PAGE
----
Public holidays and paid leave in Belgium: what, when, and how
All work and no play makes Jack a dull boy. That’s why, as a worker in Belgium, you are entitled to different types of paid leave, including numerous public holidays. Here’s what you can expect, so you can schedule your time off as efficiently as possible.
Public holidays in Belgium
Belgium has 10 public holidays in total, including:
- New Year’s Day (1 January)
- Easter Monday
- Labour Day (1 May)
- Ascension Thursday
- Pentecost Monday
- National holiday (21 July)
- Assumption of Mary (15 August)
- All Saints’ Day (1 November)
- 1918 Armistice (11 November)
- Christmas Day (25 December)
Most businesses are closed on these days, but there are exceptions. At Link2Europe, we’ll make sure you are properly informed about this. Keep in mind that public services and offices are closed as well, however, which means the best thing to do is to just relax – and maybe head for the beach?
Annual leave and holiday bonus
In Belgium, your annual leave in the private sector is calculated based on the number of days you worked during the preceding year. For example, if you worked a full year in 2019, this means you’re entitled to 20 vacation days in 2020. However, if you are employed by an employment agency, you’ll get a holiday bonus, which is paid by the RJV. This holidays supplement is equal to 15.38 percent of your earnings in the preceding year.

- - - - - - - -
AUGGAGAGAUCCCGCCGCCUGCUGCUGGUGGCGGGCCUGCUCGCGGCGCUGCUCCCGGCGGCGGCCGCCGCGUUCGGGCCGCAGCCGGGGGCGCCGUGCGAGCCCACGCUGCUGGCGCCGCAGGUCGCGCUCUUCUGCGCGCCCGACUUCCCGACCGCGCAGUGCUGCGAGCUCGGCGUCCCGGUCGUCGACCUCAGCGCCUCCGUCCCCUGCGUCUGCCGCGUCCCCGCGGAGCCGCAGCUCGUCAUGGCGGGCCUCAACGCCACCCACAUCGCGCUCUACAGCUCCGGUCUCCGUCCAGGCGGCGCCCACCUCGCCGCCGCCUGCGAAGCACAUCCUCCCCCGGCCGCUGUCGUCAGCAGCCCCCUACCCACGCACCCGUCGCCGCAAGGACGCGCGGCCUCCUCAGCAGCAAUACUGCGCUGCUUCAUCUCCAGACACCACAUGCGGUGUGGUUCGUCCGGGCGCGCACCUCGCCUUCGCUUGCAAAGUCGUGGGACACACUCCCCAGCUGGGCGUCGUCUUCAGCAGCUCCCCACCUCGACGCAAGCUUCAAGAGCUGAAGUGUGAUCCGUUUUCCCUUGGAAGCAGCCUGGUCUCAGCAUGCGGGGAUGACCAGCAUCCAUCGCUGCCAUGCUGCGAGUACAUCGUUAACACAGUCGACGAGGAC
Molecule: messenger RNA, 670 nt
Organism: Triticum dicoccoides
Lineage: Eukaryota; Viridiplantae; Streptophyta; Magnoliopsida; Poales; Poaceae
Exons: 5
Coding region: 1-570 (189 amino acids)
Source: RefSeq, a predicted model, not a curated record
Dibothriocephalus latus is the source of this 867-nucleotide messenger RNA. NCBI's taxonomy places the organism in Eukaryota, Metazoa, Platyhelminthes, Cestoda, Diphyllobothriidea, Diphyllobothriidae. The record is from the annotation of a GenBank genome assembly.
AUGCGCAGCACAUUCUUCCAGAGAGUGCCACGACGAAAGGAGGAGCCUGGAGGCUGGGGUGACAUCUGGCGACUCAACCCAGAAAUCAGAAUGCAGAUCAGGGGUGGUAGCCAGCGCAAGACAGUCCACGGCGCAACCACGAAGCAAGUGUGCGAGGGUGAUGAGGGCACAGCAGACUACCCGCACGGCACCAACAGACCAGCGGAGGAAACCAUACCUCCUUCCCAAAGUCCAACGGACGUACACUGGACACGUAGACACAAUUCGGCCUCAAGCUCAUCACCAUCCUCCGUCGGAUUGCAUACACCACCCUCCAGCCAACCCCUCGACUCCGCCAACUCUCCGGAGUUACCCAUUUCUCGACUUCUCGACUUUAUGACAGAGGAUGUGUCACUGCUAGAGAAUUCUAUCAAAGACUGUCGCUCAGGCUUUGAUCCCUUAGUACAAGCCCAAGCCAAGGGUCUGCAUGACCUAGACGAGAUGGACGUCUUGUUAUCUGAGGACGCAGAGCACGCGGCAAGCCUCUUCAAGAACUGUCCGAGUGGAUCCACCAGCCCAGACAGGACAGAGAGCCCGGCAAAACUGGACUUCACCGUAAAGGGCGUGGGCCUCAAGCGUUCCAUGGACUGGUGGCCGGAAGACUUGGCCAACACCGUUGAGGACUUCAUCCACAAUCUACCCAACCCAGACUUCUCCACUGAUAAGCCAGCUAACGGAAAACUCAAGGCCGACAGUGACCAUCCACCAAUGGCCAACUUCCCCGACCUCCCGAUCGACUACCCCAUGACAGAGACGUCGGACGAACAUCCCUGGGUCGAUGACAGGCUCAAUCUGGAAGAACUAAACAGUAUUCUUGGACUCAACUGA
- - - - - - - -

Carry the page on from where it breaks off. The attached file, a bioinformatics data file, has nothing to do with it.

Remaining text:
Taking a leave of absence
If this is your first year working in Belgium, chances are you won’t have any annual leave. Not to worry: every worker in Belgium is entitled to leaves of absence from work for family events and to comply with civic obligations. To make sure you get paid, you need to inform your employer in advance or as soon as possible. In case of an unforeseen event – such as a loved one getting in an accident, a fire at your home etc. – workers in Belgium may also take leaves of absence. However, this leave is limited to 10 working days per year and isn’t paid.
Maternity and parental leave
Pregnant women in Belgium get three months of paid maternity leave. Fathers usually get 10 days of paternity leave after the birth of their child. New mothers also get the possibility of adding an extra three months of breastfeeding leave, while fathers can opt to work four days out of five for a certain period as well.
Belgians are hard workers – but they also like their holidays. To make sure you get all the paid leave you are entitled to as an expat, your best bet is to refer to an international organisation like Link2Europe. Find out which opportunities we have in store for you!
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